This is an action for damages arising from moisture retention problems and resultant termite problems in the structure of a condominium office building complex. The plaintiffs are Regency Executive Plaza Unit Owner's Association, Inc., the association organized for the operation of the condominium, along with a number of representatives of unit owners and tenants. Numerous corporate and individual defendants were involved in the testing, manufacture, sale, installation, or inspection of the exterior insulation and finishing system, a synthetic stucco exterior with foam insulation backing, which was placed on the buildings in the complex, or provided pesticide treatment and related services for the buildings. The present appeal is taken by plaintiffs from the grant of summary judgment in favor of defendants Edward D. Garvin, Joy Garvin, and Daniel J. Sheehan Company, as well as the grant of partial summary judgment in favor of defendants Dryvit Systems, Inc., Wilmock, Inc., Marvin Dickey, d/b/a Southern Tile and Carpet Company, and Astro Pest Control Services of Savannah, Inc. Held:
The notice of appeal filed by plaintiffs is not in the form directed by OCGA 5-6-37
in that, rather than designating portions of the record to be omitted on appeal, plaintiffs have instructed that only items listed on the notice of appeal be included in the record sent to this court. Under the statutory scheme, the notice of appeal provides information concerning omission of portions of the record before the lower court. Nonetheless, after study of the record sent up and communication with the clerk of the court below, it is apparent that under the directions contained in the notice of appeal, some portion of the evidence upon which the superior court relied in this case has been omitted from the record on appeal.
" 'On consideration of summary judgments we and the trial court must look at the entire record.' Lawson v. Duke Oil Co., 155 Ga. App. 363
, 364 (270 SE2d 898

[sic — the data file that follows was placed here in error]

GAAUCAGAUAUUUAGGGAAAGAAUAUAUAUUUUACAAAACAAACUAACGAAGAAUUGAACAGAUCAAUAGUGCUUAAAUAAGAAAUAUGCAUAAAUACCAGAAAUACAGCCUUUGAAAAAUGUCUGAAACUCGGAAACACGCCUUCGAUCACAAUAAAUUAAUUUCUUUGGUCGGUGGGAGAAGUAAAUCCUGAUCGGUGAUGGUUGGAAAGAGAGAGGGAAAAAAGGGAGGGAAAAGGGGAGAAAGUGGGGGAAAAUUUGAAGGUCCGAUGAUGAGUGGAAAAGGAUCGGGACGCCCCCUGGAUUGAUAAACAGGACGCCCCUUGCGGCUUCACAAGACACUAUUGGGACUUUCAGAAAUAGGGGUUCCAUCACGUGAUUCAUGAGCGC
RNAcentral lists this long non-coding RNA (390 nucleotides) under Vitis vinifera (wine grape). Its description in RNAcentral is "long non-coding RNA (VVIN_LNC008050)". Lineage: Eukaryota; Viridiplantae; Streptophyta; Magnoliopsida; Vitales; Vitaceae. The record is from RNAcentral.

) (1980)." MacKinnon v. Hodge, 204 Ga. App. 539 (420 SE2d 341)
. Consequently, appellants who omit portions of the record which they view as not pertaining to any issue on appeal create a probably fatal defect in their appeals. "Such omissions from the appellate record from matters on summary judgment generally prove fatal to appellate review since it must be assumed by a reviewing court that the trial court's grant of summary judgment is properly supported by the trial court record and since appellant has the burden of showing error affirmatively by the record on appeal. Transport Indem. Co. v. Hartford Ins. Co., 198 Ga. App. 265
, 266(, supra)." Dillman v. Kahres, 201 Ga. App. 210
, 211 (411 SE2d 43
The appellate record designated by plaintiffs omits portions of a dozen or more depositions which were included in their entirety in the record below and were presumably considered by the superior court in reaching its decision. Some parts of this evidence are included in the record on appeal because it was designated by one or more of the defendants. However, the defendants as appellees do not share the appellants' responsibility to show error affirmatively by the record, a record which continues to omit some portion of no less than eight depositions. The missing portions of the depositions must be presumed to contain evidence authorizing the judgment of the superior court. Since plaintiff has omitted some portion of the evidence upon which the superior court relied, we must affirm. Tahamtan v. Sawnee Elec. Membership Corp., 228 Ga. App. 485
, 486 (491 SE2d 918
); Ferros v. Ga. State Patrol, 211 Ga. App. 50
, 51 (2) (438 SE2d 163
Brannen, Searcy & Smith, Daniel C. Cohen, McLain & Merritt, William S. Sutton, Henderson & Henderson, Devaul L. Henderson, Jr., Beckmann & Pinson, Walter W. Ballew III, for appellees.